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Roseville High’s class of 1940 celebrates 72 years

12 grads gather for reunion
By: ToLewis, Press Tribune Correspondent
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When Paul Lunardi and Lois Wells-Dove graduated from high school, Theodore Roosevelt was president of the United States and the country was six months away from entering World War II.

Back in 1940, Roseville was a small, quiet town with a population of 6,653 people and only one major industry — the railroad.

“It was just a nice place to live,” Wells-Dove said. “Everything was quiet.”

Wells-Dove said life back then consisted of Friday night dances at the high school gym, and dancing at the Masonic Hall in downtown Roseville during the summer months.

“Saturday nights, a lot of times we would go down to Sacramento to the movies,” she said. “That was a ‘big outing’ to the ‘big city.’”

Wells-Dove and Lunardi were two of 12 graduates from Roseville Union High School’s class of 1940 who got together Sunday afternoon at Sierra View Country Club for their 72nd class reunion.

Lunardi said it is something the group does every year to reminisce about old times, and remember long-time friends come and gone.

“We keep in pretty good contact,” he said. “Of course, there’s not many of us left.”

Guy Gibson and Kathleen Lucich, also graduates of Roseville High School, brought their mothers, class of 1940 alums Marnelle Eich-Gibson and Katherine Rastler-Lucich, to the reunion to reminisce with their fellow classmates.

“Most of them have been friends for over 80 years,” Guy Gibson said. “Our moms started in kindergarten together, and we started in kindergarten together, too. Roseville is a small town.”

Wells-Dove said she uses the Internet to track down and keep files on fellow classmates — where they are, or when they passed away. When she can, she attempts to contact her classmates to inform them about the reunion.

She has tracked down what she believes to be 37 surviving members of the class of 1940, many of whom still live in Roseville.

She said there may be more surviving members of the class out there, but sometimes her options for tracking them down are limited.

“Once they go to a nursing facility, you don’t find them,” she said. “There’s too many.”

Notable grads

Notable graduates from the class of 1940 include John Carbone, who graduated from University of California at Berkeley and became a prominent doctor at a San Francisco hospital, Lunardi said.

Raymond Frediani, who attended Sunday’s reunion, moved to Paris after high school and went on to work an extensive career with the French government, Lunardi said.

Lunardi himself sat on the Roseville City Council from 1950-59 and served two terms as mayor, in 1954 and 1958. He also served in the California State Assembly until 1963 and moved on to the state Senate before retiring from the Legislature in 1966.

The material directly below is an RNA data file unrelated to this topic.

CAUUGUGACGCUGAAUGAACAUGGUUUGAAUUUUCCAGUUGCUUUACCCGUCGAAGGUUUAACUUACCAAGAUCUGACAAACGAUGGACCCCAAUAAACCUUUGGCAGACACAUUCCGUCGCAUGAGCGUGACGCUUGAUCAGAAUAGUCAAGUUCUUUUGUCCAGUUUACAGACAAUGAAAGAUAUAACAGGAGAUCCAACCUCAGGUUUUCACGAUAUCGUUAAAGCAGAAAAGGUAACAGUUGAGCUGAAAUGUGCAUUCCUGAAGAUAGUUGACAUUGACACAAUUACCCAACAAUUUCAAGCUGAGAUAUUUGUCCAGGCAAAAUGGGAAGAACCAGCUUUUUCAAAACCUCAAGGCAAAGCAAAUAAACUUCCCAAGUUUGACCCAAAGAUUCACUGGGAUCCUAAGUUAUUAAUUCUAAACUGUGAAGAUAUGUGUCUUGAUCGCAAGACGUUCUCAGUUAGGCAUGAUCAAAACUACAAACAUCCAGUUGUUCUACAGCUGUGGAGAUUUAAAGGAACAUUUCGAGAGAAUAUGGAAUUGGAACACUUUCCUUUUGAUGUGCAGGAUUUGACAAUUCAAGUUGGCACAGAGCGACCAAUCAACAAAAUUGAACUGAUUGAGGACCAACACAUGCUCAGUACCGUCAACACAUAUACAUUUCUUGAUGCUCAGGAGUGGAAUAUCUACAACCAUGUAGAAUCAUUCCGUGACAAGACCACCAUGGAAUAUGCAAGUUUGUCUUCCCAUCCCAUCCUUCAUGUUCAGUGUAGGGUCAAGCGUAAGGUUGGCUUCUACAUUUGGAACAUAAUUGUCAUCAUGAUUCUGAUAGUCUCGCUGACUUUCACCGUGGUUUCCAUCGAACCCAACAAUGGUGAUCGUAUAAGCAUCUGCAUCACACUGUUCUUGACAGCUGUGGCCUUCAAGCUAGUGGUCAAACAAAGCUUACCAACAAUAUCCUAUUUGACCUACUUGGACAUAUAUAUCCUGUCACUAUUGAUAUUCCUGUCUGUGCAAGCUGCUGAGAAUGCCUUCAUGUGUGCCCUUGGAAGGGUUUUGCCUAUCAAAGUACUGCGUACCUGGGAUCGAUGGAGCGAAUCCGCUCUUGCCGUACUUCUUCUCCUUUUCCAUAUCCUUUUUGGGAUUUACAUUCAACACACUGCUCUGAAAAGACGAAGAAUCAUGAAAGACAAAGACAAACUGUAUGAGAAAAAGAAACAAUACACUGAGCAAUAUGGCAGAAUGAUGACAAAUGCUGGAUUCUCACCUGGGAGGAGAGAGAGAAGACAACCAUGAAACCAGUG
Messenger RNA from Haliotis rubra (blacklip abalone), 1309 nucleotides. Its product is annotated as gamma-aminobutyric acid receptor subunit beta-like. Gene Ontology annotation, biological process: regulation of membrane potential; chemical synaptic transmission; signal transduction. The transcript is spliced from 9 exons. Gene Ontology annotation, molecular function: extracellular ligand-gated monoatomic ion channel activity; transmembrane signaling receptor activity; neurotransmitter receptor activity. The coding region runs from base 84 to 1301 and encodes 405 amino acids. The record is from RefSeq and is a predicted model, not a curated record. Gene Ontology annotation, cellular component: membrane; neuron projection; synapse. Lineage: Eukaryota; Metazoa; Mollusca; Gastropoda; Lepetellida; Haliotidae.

Of the 155 graduates of the class of 1940, several went on to serve in World War II and all but one, Ferris Van Vliet, who served as a fighter pilot in Africa, returned.

High school sweethearts

Six couples from the class of 1940 went on to marry, Wells-Dove said. Three of those marriages ended in divorce, while death did part Tom Allen and Virginia Ross.

Graduate Al Mitchell, who attended Sunday’s reunion, married his high school sweetheart, Ruth Moseburg, who has since passed away.

One couple from the class of 1940 survives to this day — Wayne Mullin and Evelyn Oates, who live in the San Diego area and will be celebrating their 70th wedding anniversary later this year.

Old friends, come and gone

For some attending the 72nd reunion, the celebration was bittersweet, however. Since the group got together last year, the class of 1940 has lost six of its classmates.

“They all came to the reunions, all six of them,” Wells-Dove said. “It was kind of sad, but it’s also special.”

Wells-Dove said the reunion also served as an opportunity to remember their fellow classmates.

Changes

Lunardi, who still lives in the same Roseville home in which he was born, and Wells-Dove agree that the biggest changes they have seen over the years have been the dramatic spike in population and the variety of industry that has come to the community.

“The railroad isn’t quite as important as it was before,” Wells-Dove said. “With all the subdivisions, even the graduates who were born in Roseville don’t know their way around Roseville anymore.”

Still, the changes Lunardi has seen over the years add up to a recipe for success for a city that sells its own utilities and has attracted a variety of industries including electronics and heavy retail, he said.

“(The city of Roseville) has substantial revenue that a lot of cities don’t have,” Lunardi said. “I think that keeps them pretty healthy, even though we have a pretty serious recession happening. Roseville is holding out pretty good.”

Keeping it going

Lunardi said he is quite impressed with the way Wells-Dove is able to keep track of Roseville Union High School’s class of 1940.

For Wells-Dove, keeping track of her classmates, who are all now in their 90s, and organizing the reunion every year is a labor of love.

“I told them that there would be a reunion as long as there were any of us still around,” Wells-Dove said. “And I’m keeping my promise. I enjoy doing it.”